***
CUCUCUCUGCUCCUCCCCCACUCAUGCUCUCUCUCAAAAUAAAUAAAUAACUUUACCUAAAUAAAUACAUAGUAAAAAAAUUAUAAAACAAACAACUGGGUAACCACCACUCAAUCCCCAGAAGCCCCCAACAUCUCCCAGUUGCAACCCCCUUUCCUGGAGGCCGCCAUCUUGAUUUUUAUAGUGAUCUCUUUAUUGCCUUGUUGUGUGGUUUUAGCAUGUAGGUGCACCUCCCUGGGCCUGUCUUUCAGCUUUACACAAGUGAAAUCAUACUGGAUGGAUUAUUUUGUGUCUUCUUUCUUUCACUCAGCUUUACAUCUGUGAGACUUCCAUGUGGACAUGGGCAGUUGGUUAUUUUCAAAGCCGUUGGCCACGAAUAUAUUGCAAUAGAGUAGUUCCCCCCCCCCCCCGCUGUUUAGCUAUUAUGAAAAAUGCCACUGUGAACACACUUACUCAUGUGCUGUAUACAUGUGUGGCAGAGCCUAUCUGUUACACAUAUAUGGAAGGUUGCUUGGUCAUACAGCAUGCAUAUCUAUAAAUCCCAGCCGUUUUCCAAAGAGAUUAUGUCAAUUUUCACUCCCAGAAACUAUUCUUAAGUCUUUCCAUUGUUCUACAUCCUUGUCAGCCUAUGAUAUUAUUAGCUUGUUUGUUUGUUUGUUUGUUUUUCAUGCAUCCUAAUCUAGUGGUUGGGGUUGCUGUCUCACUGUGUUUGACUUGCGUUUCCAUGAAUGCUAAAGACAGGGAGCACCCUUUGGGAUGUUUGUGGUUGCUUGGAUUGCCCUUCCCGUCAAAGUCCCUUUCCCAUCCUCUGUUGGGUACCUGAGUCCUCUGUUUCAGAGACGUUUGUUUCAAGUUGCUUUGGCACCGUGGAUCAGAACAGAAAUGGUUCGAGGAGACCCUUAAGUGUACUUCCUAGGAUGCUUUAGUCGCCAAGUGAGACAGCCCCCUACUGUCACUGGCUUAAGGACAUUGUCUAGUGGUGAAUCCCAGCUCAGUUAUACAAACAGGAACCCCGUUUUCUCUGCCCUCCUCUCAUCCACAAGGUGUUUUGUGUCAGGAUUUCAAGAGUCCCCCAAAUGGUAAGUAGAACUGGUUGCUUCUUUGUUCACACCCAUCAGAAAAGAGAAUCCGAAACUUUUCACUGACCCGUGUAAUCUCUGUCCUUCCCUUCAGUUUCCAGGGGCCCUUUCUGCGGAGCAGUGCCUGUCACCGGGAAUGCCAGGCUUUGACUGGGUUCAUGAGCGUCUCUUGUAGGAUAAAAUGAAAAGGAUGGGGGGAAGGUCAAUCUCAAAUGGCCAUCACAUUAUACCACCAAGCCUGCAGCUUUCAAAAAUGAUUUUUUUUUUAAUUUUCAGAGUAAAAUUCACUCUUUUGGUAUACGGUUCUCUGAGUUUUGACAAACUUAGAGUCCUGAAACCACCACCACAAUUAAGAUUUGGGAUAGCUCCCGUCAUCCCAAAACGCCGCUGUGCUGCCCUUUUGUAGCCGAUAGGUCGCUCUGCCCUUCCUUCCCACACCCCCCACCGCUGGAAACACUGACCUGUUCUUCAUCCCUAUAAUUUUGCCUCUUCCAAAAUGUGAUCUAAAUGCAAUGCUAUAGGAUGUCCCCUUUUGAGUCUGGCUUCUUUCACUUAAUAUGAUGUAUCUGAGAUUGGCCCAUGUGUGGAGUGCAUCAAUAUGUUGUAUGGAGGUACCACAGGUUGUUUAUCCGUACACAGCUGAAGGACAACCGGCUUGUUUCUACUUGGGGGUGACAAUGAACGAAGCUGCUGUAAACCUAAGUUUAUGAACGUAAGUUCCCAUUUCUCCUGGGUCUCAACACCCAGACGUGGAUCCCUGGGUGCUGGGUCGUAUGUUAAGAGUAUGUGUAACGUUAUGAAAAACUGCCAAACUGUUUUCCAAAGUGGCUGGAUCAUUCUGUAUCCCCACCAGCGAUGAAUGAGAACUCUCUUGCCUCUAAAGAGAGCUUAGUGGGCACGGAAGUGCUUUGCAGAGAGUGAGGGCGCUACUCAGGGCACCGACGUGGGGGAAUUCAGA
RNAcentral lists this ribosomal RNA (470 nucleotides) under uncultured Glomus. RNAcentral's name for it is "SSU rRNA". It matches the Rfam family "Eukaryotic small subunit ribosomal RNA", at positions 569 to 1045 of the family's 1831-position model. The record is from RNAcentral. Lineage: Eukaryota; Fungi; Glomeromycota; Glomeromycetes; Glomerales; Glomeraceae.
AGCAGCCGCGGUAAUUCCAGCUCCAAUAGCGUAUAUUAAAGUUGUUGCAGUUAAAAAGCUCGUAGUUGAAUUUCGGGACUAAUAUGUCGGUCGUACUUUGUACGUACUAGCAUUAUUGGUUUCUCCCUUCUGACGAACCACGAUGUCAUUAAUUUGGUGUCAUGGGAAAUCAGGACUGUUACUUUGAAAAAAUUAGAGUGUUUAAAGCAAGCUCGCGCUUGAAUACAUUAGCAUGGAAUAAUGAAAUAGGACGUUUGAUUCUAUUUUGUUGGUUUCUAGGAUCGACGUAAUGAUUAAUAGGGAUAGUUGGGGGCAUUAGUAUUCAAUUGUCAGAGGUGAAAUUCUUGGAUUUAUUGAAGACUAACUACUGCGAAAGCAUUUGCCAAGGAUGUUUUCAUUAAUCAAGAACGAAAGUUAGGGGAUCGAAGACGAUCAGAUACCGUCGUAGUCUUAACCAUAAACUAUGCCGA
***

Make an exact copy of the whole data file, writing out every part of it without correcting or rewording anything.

CUCUCUCUGCUCCUCCCCCACUCAUGCUCUCUCUCAAAAUAAAUAAAUAACUUUACCUAAAUAAAUACAUAGUAAAAAAAUUAUAAAACAAACAACUGGGUAACCACCACUCAAUCCCCAGAAGCCCCCAACAUCUCCCAGUUGCAACCCCCUUUCCUGGAGGCCGCCAUCUUGAUUUUUAUAGUGAUCUCUUUAUUGCCUUGUUGUGUGGUUUUAGCAUGUAGGUGCACCUCCCUGGGCCUGUCUUUCAGCUUUACACAAGUGAAAUCAUACUGGAUGGAUUAUUUUGUGUCUUCUUUCUUUCACUCAGCUUUACAUCUGUGAGACUUCCAUGUGGACAUGGGCAGUUGGUUAUUUUCAAAGCCGUUGGCCACGAAUAUAUUGCAAUAGAGUAGUUCCCCCCCCCCCCCGCUGUUUAGCUAUUAUGAAAAAUGCCACUGUGAACACACUUACUCAUGUGCUGUAUACAUGUGUGGCAGAGCCUAUCUGUUACACAUAUAUGGAAGGUUGCUUGGUCAUACAGCAUGCAUAUCUAUAAAUCCCAGCCGUUUUCCAAAGAGAUUAUGUCAAUUUUCACUCCCAGAAACUAUUCUUAAGUCUUUCCAUUGUUCUACAUCCUUGUCAGCCUAUGAUAUUAUUAGCUUGUUUGUUUGUUUGUUUGUUUUUCAUGCAUCCUAAUCUAGUGGUUGGGGUUGCUGUCUCACUGUGUUUGACUUGCGUUUCCAUGAAUGCUAAAGACAGGGAGCACCCUUUGGGAUGUUUGUGGUUGCUUGGAUUGCCCUUCCCGUCAAAGUCCCUUUCCCAUCCUCUGUUGGGUACCUGAGUCCUCUGUUUCAGAGACGUUUGUUUCAAGUUGCUUUGGCACCGUGGAUCAGAACAGAAAUGGUUCGAGGAGACCCUUAAGUGUACUUCCUAGGAUGCUUUAGUCGCCAAGUGAGACAGCCCCCUACUGUCACUGGCUUAAGGACAUUGUCUAGUGGUGAAUCCCAGCUCAGUUAUACAAACAGGAACCCCGUUUUCUCUGCCCUCCUCUCAUCCACAAGGUGUUUUGUGUCAGGAUUUCAAGAGUCCCCCAAAUGGUAAGUAGAACUGGUUGCUUCUUUGUUCACACCCAUCAGAAAAGAGAAUCCGAAACUUUUCACUGACCCGUGUAAUCUCUGUCCUUCCCUUCAGUUUCCAGGGGCCCUUUCUGCGGAGCAGUGCCUGUCACCGGGAAUGCCAGGCUUUGACUGGGUUCAUGAGCGUCUCUUGUAGGAUAAAAUGAAAAGGAUGGGGGGAAGGUCAAUCUCAAAUGGCCAUCACAUUAUACCACCAAGCCUGCAGCUUUCAAAAAUGAUUUUUUUUUUAAUUUUCAGAGUAAAAUUCACUCUUUUGGUAUACGGUUCUCUGAGUUUUGACAAACUUAGAGUCCUGAAACCACCACCACAAUUAAGAUUUGGGAUAGCUCCCGUCAUCCCAAAACGCCGCUGUGCUGCCCUUUUGUAGCCGAUAGGUCGCUCUGCCCUUCCUUCCCACACCCCCCACCGCUGGAAACACUGACCUGUUCUUCAUCCCUAUAAUUUUGCCUCUUCCAAAAUGUGAUCUAAAUGCAAUGCUAUAGGAUGUCCCCUUUUGAGUCUGGCUUCUUUCACUUAAUAUGAUGUAUCUGAGAUUGGCCCAUGUGUGGAGUGCAUCAAUAUGUUGUAUGGAGGUACCACAGGUUGUUUAUCCGUACACAGCUGAAGGACAACCGGCUUGUUUCUACUUGGGGGUGACAAUGAACGAAGCUGCUGUAAACCUAAGUUUAUGAACGUAAGUUCCCAUUUCUCCUGGGUCUCAACACCCAGACGUGGAUCCCUGGGUGCUGGGUCGUAUGUUAAGAGUAUGUGUAACGUUAUGAAAAACUGCCAAACUGUUUUCCAAAGUGGCUGGAUCAUUCUGUAUCCCCACCAGCGAUGAAUGAGAACUCUCUUGCCUCUAAAGAGAGCUUAGUGGGCACGGAAGUGCUUUGCAGAGAGUGAGGGCGCUACUCAGGGCACCGACGUGGGGGAAUUCAGA
RNAcentral lists this ribosomal RNA (470 nucleotides) under uncultured Glomus. RNAcentral's name for it is "SSU rRNA". It matches the Rfam family "Eukaryotic small subunit ribosomal RNA", at positions 569 to 1045 of the family's 1831-position model. The record is from RNAcentral. Lineage: Eukaryota; Fungi; Glomeromycota; Glomeromycetes; Glomerales; Glomeraceae.
AGCAGCCGCGGUAAUUCCAGCUCCAAUAGCGUAUAUUAAAGUUGUUGCAGUUAAAAAGCUCGUAGUUGAAUUUCGGGACUAAUAUGUCGGUCGUACUUUGUACGUACUAGCAUUAUUGGUUUCUCCCUUCUGACGAACCACGAUGUCAUUAAUUUGGUGUCAUGGGAAAUCAGGACUGUUACUUUGAAAAAAUUAGAGUGUUUAAAGCAAGCUCGCGCUUGAAUACAUUAGCAUGGAAUAAUGAAAUAGGACGUUUGAUUCUAUUUUGUUGGUUUCUAGGAUCGACGUAAUGAUUAAUAGGGAUAGUUGGGGGCAUUAGUAUUCAAUUGUCAGAGGUGAAAUUCUUGGAUUUAUUGAAGACUAACUACUGCGAAAGCAUUUGCCAAGGAUGUUUUCAUUAAUCAAGAACGAAAGUUAGGGGAUCGAAGACGAUCAGAUACCGUCGUAGUCUUAACCAUAAACUAUGCCGA